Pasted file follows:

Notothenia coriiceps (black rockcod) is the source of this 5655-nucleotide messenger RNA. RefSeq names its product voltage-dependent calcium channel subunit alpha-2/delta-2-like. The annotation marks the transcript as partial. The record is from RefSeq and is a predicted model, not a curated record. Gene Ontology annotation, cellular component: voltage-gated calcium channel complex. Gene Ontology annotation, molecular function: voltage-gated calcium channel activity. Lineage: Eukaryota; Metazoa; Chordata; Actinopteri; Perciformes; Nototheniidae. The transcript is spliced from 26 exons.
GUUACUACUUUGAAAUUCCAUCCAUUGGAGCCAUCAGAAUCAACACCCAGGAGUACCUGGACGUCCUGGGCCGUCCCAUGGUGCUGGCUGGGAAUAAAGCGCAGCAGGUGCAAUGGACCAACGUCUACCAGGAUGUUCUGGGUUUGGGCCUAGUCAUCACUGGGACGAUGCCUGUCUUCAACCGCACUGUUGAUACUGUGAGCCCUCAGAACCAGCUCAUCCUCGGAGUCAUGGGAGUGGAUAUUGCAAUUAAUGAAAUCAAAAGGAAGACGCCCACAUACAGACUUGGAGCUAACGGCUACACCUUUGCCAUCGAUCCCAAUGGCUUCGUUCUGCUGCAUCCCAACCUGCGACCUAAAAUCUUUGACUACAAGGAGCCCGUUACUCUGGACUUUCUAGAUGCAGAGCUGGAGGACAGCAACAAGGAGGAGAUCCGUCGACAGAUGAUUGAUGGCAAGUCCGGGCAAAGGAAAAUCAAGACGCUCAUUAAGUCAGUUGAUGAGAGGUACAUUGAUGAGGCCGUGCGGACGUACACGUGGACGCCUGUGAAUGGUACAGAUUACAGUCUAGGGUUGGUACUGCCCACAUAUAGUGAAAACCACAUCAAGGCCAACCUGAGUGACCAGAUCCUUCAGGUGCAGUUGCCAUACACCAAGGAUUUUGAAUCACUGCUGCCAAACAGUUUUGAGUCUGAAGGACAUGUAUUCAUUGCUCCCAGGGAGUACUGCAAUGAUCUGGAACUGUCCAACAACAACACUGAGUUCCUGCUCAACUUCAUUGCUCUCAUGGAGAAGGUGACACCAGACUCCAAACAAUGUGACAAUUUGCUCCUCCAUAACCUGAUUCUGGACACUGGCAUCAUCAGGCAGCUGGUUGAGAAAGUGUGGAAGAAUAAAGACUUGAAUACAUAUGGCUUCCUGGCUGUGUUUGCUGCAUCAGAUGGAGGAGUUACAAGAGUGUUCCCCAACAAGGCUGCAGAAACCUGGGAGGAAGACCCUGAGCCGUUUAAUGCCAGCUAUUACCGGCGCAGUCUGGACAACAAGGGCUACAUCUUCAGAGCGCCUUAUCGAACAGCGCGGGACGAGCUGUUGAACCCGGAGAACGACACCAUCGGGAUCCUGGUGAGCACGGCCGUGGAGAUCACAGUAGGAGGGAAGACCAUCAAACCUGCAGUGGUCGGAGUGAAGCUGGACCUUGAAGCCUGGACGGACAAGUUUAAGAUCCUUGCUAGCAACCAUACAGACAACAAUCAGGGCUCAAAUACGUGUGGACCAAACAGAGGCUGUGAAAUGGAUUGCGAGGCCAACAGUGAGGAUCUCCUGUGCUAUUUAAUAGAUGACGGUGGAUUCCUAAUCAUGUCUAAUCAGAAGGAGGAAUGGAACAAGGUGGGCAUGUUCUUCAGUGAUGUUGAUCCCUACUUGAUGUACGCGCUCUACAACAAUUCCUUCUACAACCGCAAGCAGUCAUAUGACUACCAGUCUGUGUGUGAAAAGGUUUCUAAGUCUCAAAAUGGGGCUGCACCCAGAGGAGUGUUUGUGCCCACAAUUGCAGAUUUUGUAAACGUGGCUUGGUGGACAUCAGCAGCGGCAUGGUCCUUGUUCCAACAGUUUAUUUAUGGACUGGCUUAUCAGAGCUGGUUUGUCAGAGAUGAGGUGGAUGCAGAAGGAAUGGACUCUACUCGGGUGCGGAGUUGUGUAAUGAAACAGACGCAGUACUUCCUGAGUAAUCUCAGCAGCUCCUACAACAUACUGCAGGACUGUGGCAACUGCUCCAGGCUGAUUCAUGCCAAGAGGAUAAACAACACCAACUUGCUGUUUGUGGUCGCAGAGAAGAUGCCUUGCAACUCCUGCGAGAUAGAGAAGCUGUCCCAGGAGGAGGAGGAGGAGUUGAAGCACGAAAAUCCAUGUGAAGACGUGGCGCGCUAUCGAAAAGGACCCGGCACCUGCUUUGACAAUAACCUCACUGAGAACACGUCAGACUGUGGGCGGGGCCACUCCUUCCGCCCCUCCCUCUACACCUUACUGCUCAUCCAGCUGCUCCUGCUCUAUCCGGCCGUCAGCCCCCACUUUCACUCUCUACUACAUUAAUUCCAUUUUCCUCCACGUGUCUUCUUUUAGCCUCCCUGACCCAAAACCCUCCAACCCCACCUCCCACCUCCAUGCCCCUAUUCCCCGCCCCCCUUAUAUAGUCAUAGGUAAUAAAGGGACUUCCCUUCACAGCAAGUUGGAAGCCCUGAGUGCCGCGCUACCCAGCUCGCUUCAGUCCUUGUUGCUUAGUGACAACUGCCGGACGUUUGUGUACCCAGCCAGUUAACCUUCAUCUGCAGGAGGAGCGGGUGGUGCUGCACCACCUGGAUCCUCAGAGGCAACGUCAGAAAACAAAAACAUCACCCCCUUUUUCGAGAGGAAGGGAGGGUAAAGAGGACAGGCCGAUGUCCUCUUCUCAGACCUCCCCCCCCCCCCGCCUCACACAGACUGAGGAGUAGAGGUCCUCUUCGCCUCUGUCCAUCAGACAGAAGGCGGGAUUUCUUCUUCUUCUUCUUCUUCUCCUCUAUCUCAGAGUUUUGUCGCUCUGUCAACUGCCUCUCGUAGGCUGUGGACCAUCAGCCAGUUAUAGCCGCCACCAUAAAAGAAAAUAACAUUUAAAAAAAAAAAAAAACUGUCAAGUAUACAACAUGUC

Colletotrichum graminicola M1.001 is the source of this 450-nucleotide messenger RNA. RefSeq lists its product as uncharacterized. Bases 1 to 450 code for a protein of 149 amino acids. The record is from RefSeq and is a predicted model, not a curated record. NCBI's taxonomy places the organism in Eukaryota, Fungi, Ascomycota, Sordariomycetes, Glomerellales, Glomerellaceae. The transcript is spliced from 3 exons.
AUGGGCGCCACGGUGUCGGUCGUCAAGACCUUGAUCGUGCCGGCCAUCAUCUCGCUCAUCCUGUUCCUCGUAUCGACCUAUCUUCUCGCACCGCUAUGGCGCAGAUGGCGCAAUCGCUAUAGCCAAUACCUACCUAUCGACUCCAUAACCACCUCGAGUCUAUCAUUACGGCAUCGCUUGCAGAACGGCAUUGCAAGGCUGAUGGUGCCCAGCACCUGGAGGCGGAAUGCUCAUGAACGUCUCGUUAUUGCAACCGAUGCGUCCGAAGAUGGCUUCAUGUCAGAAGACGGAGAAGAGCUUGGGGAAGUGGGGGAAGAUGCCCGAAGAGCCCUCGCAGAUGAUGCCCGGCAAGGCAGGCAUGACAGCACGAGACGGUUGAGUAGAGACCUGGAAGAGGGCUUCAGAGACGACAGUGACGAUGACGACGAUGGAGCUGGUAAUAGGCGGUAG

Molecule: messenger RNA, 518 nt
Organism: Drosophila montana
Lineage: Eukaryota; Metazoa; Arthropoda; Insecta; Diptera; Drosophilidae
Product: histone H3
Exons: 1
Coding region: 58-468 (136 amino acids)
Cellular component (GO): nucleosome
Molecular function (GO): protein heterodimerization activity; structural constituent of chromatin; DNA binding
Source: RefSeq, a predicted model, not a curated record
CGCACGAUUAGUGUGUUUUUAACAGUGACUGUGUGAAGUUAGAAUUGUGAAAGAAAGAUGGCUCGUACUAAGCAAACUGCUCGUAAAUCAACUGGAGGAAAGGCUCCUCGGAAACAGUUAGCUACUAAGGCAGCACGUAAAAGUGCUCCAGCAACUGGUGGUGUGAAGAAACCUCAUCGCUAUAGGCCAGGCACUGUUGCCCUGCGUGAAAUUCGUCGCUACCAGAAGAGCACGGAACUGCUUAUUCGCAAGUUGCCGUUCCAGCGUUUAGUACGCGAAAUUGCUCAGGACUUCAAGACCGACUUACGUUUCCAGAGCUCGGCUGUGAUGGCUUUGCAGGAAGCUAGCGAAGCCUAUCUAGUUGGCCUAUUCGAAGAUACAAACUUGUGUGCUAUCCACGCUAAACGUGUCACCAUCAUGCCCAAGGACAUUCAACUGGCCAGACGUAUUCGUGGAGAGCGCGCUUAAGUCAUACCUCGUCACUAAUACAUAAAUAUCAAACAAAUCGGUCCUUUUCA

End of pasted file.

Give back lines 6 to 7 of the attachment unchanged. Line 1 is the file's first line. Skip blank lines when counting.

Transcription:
Organism: Drosophila montana
Lineage: Eukaryota; Metazoa; Arthropoda; Insecta; Diptera; Drosophilidae